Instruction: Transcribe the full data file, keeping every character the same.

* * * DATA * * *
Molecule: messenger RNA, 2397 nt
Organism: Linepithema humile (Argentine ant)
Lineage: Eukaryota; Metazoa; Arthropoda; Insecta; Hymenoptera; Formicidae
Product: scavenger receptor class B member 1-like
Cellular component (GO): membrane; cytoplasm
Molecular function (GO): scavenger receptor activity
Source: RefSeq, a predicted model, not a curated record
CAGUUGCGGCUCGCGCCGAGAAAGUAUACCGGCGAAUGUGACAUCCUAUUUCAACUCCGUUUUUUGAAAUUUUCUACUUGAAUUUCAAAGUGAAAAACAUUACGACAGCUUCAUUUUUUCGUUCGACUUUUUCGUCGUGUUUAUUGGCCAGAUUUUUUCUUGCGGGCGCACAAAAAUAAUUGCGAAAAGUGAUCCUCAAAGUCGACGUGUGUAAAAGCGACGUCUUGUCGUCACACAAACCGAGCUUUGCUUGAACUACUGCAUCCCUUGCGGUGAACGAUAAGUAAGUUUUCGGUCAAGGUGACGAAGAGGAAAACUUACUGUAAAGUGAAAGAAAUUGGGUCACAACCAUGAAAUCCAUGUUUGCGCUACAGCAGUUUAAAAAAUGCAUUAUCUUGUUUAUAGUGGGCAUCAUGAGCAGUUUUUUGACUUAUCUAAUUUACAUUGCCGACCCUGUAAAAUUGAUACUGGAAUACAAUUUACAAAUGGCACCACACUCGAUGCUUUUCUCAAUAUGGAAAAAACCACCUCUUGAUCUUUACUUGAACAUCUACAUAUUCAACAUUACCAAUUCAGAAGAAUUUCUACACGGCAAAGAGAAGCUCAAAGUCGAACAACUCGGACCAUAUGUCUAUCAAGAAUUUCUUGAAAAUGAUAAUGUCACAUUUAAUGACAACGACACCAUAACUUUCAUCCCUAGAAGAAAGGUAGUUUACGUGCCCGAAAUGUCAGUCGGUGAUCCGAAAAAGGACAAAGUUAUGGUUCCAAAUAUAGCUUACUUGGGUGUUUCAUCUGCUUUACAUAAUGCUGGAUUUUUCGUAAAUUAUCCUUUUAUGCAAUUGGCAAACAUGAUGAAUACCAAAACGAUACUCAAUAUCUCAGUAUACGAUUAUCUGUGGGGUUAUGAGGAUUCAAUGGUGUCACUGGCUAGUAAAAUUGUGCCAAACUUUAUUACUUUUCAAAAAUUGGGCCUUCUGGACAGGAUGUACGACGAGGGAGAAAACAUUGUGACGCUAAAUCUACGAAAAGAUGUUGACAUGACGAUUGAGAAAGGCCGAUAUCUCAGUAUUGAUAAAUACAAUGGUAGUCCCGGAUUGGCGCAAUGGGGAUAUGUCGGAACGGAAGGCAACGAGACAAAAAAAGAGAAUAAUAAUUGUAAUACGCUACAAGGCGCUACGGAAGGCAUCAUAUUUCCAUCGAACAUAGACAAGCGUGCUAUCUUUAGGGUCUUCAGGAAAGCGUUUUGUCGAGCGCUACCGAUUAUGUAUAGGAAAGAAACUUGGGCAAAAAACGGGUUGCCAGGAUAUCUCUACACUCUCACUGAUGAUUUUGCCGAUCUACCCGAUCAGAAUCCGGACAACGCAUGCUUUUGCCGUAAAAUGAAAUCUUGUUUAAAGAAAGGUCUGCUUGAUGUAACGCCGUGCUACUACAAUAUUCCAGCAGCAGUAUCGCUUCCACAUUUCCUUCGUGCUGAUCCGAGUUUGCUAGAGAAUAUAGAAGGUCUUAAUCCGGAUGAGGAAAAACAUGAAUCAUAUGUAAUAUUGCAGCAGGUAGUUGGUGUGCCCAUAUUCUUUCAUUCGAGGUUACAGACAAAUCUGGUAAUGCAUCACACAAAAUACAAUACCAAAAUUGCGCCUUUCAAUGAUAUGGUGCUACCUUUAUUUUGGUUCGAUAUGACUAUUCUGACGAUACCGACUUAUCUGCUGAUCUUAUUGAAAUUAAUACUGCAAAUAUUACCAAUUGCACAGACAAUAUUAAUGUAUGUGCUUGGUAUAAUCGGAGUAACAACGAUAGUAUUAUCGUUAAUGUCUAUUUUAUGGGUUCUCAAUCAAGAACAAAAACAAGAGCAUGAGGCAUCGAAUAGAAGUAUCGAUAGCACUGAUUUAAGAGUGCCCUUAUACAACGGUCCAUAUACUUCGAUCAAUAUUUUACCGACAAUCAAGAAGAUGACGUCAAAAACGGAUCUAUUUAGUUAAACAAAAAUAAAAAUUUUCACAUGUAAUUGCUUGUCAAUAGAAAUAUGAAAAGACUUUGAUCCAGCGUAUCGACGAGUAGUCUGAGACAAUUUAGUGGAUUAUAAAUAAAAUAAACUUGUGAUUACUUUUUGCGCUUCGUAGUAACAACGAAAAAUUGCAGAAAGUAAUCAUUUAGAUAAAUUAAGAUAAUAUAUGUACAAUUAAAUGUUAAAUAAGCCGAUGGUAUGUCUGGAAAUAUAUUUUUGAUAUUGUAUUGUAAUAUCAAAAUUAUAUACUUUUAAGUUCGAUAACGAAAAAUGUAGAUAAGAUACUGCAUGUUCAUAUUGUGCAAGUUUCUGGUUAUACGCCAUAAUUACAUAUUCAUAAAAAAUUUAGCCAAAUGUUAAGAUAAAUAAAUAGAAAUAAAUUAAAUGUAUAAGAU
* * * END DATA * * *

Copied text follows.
Molecule: messenger RNA, 2397 nt
Organism: Linepithema humile (Argentine ant)
Lineage: Eukaryota; Metazoa; Arthropoda; Insecta; Hymenoptera; Formicidae
Product: scavenger receptor class B member 1-like
Cellular component (GO): membrane; cytoplasm
Molecular function (GO): scavenger receptor activity
Source: RefSeq, a predicted model, not a curated record
CAGUUGCGGCUCGCGCCGAGAAAGUAUACCGGCGAAUGUGACAUCCUAUUUCAACUCCGUUUUUUGAAAUUUUCUACUUGAAUUUCAAAGUGAAAAACAUUACGACAGCUUCAUUUUUUCGUUCGACUUUUUCGUCGUGUUUAUUGGCCAGAUUUUUUCUUGCGGGCGCACAAAAAUAAUUGCGAAAAGUGAUCCUCAAAGUCGACGUGUGUAAAAGCGACGUCUUGUCGUCACACAAACCGAGCUUUGCUUGAACUACUGCAUCCCUUGCGGUGAACGAUAAGUAAGUUUUCGGUCAAGGUGACGAAGAGGAAAACUUACUGUAAAGUGAAAGAAAUUGGGUCACAACCAUGAAAUCCAUGUUUGCGCUACAGCAGUUUAAAAAAUGCAUUAUCUUGUUUAUAGUGGGCAUCAUGAGCAGUUUUUUGACUUAUCUAAUUUACAUUGCCGACCCUGUAAAAUUGAUACUGGAAUACAAUUUACAAAUGGCACCACACUCGAUGCUUUUCUCAAUAUGGAAAAAACCACCUCUUGAUCUUUACUUGAACAUCUACAUAUUCAACAUUACCAAUUCAGAAGAAUUUCUACACGGCAAAGAGAAGCUCAAAGUCGAACAACUCGGACCAUAUGUCUAUCAAGAAUUUCUUGAAAAUGAUAAUGUCACAUUUAAUGACAACGACACCAUAACUUUCAUCCCUAGAAGAAAGGUAGUUUACGUGCCCGAAAUGUCAGUCGGUGAUCCGAAAAAGGACAAAGUUAUGGUUCCAAAUAUAGCUUACUUGGGUGUUUCAUCUGCUUUACAUAAUGCUGGAUUUUUCGUAAAUUAUCCUUUUAUGCAAUUGGCAAACAUGAUGAAUACCAAAACGAUACUCAAUAUCUCAGUAUACGAUUAUCUGUGGGGUUAUGAGGAUUCAAUGGUGUCACUGGCUAGUAAAAUUGUGCCAAACUUUAUUACUUUUCAAAAAUUGGGCCUUCUGGACAGGAUGUACGACGAGGGAGAAAACAUUGUGACGCUAAAUCUACGAAAAGAUGUUGACAUGACGAUUGAGAAAGGCCGAUAUCUCAGUAUUGAUAAAUACAAUGGUAGUCCCGGAUUGGCGCAAUGGGGAUAUGUCGGAACGGAAGGCAACGAGACAAAAAAAGAGAAUAAUAAUUGUAAUACGCUACAAGGCGCUACGGAAGGCAUCAUAUUUCCAUCGAACAUAGACAAGCGUGCUAUCUUUAGGGUCUUCAGGAAAGCGUUUUGUCGAGCGCUACCGAUUAUGUAUAGGAAAGAAACUUGGGCAAAAAACGGGUUGCCAGGAUAUCUCUACACUCUCACUGAUGAUUUUGCCGAUCUACCCGAUCAGAAUCCGGACAACGCAUGCUUUUGCCGUAAAAUGAAAUCUUGUUUAAAGAAAGGUCUGCUUGAUGUAACGCCGUGCUACUACAAUAUUCCAGCAGCAGUAUCGCUUCCACAUUUCCUUCGUGCUGAUCCGAGUUUGCUAGAGAAUAUAGAAGGUCUUAAUCCGGAUGAGGAAAAACAUGAAUCAUAUGUAAUAUUGCAGCAGGUAGUUGGUGUGCCCAUAUUCUUUCAUUCGAGGUUACAGACAAAUCUGGUAAUGCAUCACACAAAAUACAAUACCAAAAUUGCGCCUUUCAAUGAUAUGGUGCUACCUUUAUUUUGGUUCGAUAUGACUAUUCUGACGAUACCGACUUAUCUGCUGAUCUUAUUGAAAUUAAUACUGCAAAUAUUACCAAUUGCACAGACAAUAUUAAUGUAUGUGCUUGGUAUAAUCGGAGUAACAACGAUAGUAUUAUCGUUAAUGUCUAUUUUAUGGGUUCUCAAUCAAGAACAAAAACAAGAGCAUGAGGCAUCGAAUAGAAGUAUCGAUAGCACUGAUUUAAGAGUGCCCUUAUACAACGGUCCAUAUACUUCGAUCAAUAUUUUACCGACAAUCAAGAAGAUGACGUCAAAAACGGAUCUAUUUAGUUAAACAAAAAUAAAAAUUUUCACAUGUAAUUGCUUGUCAAUAGAAAUAUGAAAAGACUUUGAUCCAGCGUAUCGACGAGUAGUCUGAGACAAUUUAGUGGAUUAUAAAUAAAAUAAACUUGUGAUUACUUUUUGCGCUUCGUAGUAACAACGAAAAAUUGCAGAAAGUAAUCAUUUAGAUAAAUUAAGAUAAUAUAUGUACAAUUAAAUGUUAAAUAAGCCGAUGGUAUGUCUGGAAAUAUAUUUUUGAUAUUGUAUUGUAAUAUCAAAAUUAUAUACUUUUAAGUUCGAUAACGAAAAAUGUAGAUAAGAUACUGCAUGUUCAUAUUGUGCAAGUUUCUGGUUAUACGCCAUAAUUACAUAUUCAUAAAAAAUUUAGCCAAAUGUUAAGAUAAAUAAAUAGAAAUAAAUUAAAUGUAUAAGAU